Folk, Blues and Beyond
|Folk, Blues and Beyond|
|Studio album by Davey Graham|
|Genre||Folk, folk baroque, Progressive folk, raga rock, blues, jazz|
|Davey Graham chronology|
Folk, Blues and Beyond is the second studio album by British musician Davey Graham, originally released in 1965.
It has been considered Graham's most groundbreaking and consistent work and a defining record of the 20th century. It has also been a primary influence on some of the most popular musicians in Britain ranging from Bert Jansch to Jimmy Page and Eric Clapton.
His first album, The Guitar Player, was almost exclusively jazz based. He was also known for his collaborations with folksinger Shirley Collins, which had established his name in the purist folk communities in Britain.
In his Allmusic review, critic Richie Unterberger stated "This was Graham's most groundbreaking and consistent album. More than his solo debut The Guitar Player (which was pretty jazzy) or his previous collaboration with folk singer Shirley Collins, Folk Roots, New Routes, this established his mixture of folk, jazz, blues, and Middle Eastern music, the use of a bassist and drummer also hinting at (though not quite reaching) folk-rock. "Leavin' Blues," "Skillet (Good'n'Greasy)," and "Moanin'" are all among his very best folk-blues-rock performances, while on "Maajun" he goes full-bore into Middle Eastern music on one of his most haunting and memorable pieces. Covers of traditional folk standards like "Black Is the Colour of My True Love's Hair" and "Seven Gypsies" combine with interpretations of compositions by Bob Dylan ("Don't Think Twice, It's Alright"), Willie Dixon ("My Babe"), Charles Mingus ("Better Git in Your Soul"), and Reverend Gary Davis ("Cocaine") for an eclecticism of repertoire that wasn't matched by many musicians of any sort in the mid-'60s. If there is one aspect of the recording to criticize, it is, as was usually the case with Graham, the thin, colorless vocals. The guitar playing is the main attraction, though; it's so stellar that it makes the less impressive singing easy to overlook. Ten of the 16 songs were included on the compilation Folk Blues and All Points in Between, but Graham fans should get this anyway, as the level of material and musicianship is pretty high throughout most of the disc.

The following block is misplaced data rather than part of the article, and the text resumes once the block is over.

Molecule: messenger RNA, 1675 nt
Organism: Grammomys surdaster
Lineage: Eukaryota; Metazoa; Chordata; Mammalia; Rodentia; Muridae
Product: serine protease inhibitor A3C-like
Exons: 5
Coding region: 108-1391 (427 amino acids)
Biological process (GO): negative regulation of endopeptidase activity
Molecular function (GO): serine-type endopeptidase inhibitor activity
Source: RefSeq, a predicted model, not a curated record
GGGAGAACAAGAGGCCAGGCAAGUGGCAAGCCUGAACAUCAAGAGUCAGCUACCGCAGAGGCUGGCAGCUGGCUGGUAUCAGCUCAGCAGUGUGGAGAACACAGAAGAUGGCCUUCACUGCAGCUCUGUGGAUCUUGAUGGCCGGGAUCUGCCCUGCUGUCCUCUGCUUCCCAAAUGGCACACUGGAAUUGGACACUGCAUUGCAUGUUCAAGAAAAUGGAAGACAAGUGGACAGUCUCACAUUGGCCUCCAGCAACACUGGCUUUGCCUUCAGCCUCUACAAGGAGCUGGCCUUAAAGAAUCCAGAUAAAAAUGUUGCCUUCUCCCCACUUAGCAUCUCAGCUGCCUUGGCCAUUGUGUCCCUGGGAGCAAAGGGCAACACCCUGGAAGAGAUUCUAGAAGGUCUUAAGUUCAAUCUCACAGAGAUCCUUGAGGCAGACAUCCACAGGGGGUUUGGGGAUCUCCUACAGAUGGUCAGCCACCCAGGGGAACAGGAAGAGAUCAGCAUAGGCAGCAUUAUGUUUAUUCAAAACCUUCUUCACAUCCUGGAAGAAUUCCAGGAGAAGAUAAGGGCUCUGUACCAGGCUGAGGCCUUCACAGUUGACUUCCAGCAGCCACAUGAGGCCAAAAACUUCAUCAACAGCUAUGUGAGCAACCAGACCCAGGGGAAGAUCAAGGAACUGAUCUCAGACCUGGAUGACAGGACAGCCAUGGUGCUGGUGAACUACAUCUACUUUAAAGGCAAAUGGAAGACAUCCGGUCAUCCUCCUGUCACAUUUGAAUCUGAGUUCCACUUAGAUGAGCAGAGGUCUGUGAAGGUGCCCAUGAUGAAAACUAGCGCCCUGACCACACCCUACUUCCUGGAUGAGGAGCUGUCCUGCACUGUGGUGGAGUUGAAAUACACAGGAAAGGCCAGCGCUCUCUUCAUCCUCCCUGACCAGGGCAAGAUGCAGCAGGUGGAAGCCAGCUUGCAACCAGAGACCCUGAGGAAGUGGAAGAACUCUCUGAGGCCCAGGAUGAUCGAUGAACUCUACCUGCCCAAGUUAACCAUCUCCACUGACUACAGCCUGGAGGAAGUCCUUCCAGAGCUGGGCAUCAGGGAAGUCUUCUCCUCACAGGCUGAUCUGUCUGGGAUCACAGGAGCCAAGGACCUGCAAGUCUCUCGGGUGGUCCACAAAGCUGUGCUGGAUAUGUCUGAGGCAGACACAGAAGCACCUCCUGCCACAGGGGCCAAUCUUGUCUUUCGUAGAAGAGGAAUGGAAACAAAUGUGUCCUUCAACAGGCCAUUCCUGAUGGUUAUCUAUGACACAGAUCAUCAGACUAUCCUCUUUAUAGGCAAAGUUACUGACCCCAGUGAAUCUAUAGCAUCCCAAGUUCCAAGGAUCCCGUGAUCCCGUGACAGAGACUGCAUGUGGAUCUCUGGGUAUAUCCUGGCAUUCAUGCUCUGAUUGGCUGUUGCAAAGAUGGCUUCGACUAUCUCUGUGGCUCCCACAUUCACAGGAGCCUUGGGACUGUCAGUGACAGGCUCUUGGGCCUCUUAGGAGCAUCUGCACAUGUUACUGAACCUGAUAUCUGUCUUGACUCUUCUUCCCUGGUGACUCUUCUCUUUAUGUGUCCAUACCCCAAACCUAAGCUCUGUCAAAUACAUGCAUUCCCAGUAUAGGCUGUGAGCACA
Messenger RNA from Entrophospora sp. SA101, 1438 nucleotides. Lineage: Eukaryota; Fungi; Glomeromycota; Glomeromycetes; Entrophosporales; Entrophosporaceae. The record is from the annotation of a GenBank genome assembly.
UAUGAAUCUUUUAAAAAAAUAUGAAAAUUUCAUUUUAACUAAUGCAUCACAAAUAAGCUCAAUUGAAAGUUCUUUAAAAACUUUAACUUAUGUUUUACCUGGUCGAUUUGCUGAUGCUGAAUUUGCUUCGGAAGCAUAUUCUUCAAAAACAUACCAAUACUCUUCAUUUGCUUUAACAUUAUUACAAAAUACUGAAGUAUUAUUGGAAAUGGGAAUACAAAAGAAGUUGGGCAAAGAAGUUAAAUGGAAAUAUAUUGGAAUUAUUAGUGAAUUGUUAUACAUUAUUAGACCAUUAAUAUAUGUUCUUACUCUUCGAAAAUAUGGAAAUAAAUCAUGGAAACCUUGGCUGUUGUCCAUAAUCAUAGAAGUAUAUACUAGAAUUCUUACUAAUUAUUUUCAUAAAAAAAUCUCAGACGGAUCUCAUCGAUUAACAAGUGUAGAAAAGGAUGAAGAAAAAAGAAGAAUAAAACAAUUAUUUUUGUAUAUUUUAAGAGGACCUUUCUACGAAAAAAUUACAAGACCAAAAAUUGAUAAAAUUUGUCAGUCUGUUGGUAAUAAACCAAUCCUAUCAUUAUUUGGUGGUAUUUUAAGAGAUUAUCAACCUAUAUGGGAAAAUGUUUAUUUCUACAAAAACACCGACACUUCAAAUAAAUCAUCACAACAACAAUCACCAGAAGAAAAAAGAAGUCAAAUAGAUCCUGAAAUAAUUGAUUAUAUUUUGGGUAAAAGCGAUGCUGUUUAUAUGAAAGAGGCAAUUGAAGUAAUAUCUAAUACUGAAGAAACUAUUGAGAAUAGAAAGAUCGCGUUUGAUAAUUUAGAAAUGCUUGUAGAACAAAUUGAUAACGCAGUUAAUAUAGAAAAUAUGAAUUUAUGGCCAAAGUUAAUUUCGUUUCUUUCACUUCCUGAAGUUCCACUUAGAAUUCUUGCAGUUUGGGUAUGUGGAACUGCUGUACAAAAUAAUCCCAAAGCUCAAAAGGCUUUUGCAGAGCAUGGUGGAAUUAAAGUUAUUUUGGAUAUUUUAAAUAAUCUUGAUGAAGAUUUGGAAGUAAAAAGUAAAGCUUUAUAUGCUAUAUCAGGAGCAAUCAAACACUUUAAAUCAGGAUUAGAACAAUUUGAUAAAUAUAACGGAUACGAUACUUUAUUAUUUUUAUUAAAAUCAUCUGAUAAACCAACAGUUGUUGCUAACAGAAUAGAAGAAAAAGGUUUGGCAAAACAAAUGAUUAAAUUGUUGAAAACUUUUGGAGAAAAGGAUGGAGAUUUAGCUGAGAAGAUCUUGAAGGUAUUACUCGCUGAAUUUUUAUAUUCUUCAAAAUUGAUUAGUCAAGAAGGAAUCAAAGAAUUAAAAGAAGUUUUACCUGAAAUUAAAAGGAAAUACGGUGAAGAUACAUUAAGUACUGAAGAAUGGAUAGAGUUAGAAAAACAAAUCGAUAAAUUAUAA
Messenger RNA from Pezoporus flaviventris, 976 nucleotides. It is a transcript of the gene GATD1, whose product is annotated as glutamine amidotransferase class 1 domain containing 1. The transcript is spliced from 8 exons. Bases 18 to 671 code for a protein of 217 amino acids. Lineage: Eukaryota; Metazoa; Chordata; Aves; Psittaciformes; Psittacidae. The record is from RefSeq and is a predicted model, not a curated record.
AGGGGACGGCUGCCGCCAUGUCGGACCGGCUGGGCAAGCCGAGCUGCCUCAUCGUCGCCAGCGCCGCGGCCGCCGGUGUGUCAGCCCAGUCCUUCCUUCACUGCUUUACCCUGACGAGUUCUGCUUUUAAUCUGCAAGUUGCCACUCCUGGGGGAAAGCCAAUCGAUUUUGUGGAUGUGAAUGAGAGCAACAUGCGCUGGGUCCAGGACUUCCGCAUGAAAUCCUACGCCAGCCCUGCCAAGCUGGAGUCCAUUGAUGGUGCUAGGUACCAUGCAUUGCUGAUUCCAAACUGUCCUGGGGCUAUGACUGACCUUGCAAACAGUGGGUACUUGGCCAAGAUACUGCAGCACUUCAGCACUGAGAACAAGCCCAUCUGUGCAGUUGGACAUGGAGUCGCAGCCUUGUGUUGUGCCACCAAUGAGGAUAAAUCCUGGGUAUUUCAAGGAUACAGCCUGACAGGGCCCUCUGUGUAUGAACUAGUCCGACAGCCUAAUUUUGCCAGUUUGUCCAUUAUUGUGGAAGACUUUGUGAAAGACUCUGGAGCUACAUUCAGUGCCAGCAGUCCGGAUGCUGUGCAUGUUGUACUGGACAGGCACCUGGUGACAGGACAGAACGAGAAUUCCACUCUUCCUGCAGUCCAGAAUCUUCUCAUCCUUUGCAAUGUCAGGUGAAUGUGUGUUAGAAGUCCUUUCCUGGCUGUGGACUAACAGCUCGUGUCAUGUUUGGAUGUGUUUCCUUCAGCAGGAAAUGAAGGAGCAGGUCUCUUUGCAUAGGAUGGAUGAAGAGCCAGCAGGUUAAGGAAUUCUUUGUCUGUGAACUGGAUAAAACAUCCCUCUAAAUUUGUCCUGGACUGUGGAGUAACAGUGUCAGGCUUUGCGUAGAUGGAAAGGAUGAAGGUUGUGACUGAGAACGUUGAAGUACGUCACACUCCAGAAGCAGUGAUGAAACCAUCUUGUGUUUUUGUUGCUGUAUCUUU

Most of the tracks on the album are a fusion of traditional western folk/blues and Middle-Eastern music. This synthesis of world sounds was inspired by Grahams frequent traveling across the Asian continent from the early 1950s onward.
Graham also utilizes jazz progressions to re-innovate and contemporize traditional sounds, especially on the blues tracks of the album. For example, the opening track is a cover of "Leavin' Blues", written by Lead Belly, which is a straightforward blues in C. Graham's version uses the DADGAD guitar tuning, and he speeds up the tempo to give it a more 'rocking' sound. His cover is also infused with an exotic, middle eastern sound, accredited to both the tuning and the exotic musical scales he uses throughout the song.
In 2002, a remastered CD version of the album was released in the UK.
- "Leavin' Blues" (Lead Belly)
- "Cocaine" (Reverend Gary Davis)
- "Sally Free and Easy" (Cyril Tawney)
- "Black Is the Colour of My True Love's Hair" (Traditional)
- "Rock Me Baby" (Big Bill Broonzy)
- "Seven Gypsies" (Traditional)
- "Ballad of the Sad Young Men" (Fran Landesman and Tommy Wolf)
- "Moanin'" (Bobby Timmons)
- "Skillet (Good'n'greasy)" (Graham)
- "Ain't Nobody's Business What I Do" (Porter Grainger and Everett Robbins)
- "Maajun" (Davy Graham)
- "I Can't Keep from Cryin' Sometimes" (Blind Willie Johnson)
- "Don't Think Twice, It's All Right" (Bob Dylan)
- "My Babe" (Willie Dixon)
- "Goin' Down Slow" (J. Oden)
- "Better Get Hit in Yo' Soul" (Charles Mingus)
- 2002 reissue bonus tracks:
- "She Moved Through the Fair" (Traditional)
- "Mustapha" (Traditional)
- "Angi"(Davy Graham)
- "Davy's Train Blues" (Davy Graham)
- "3/4 A.D." (Davy Graham and Alexis Korner)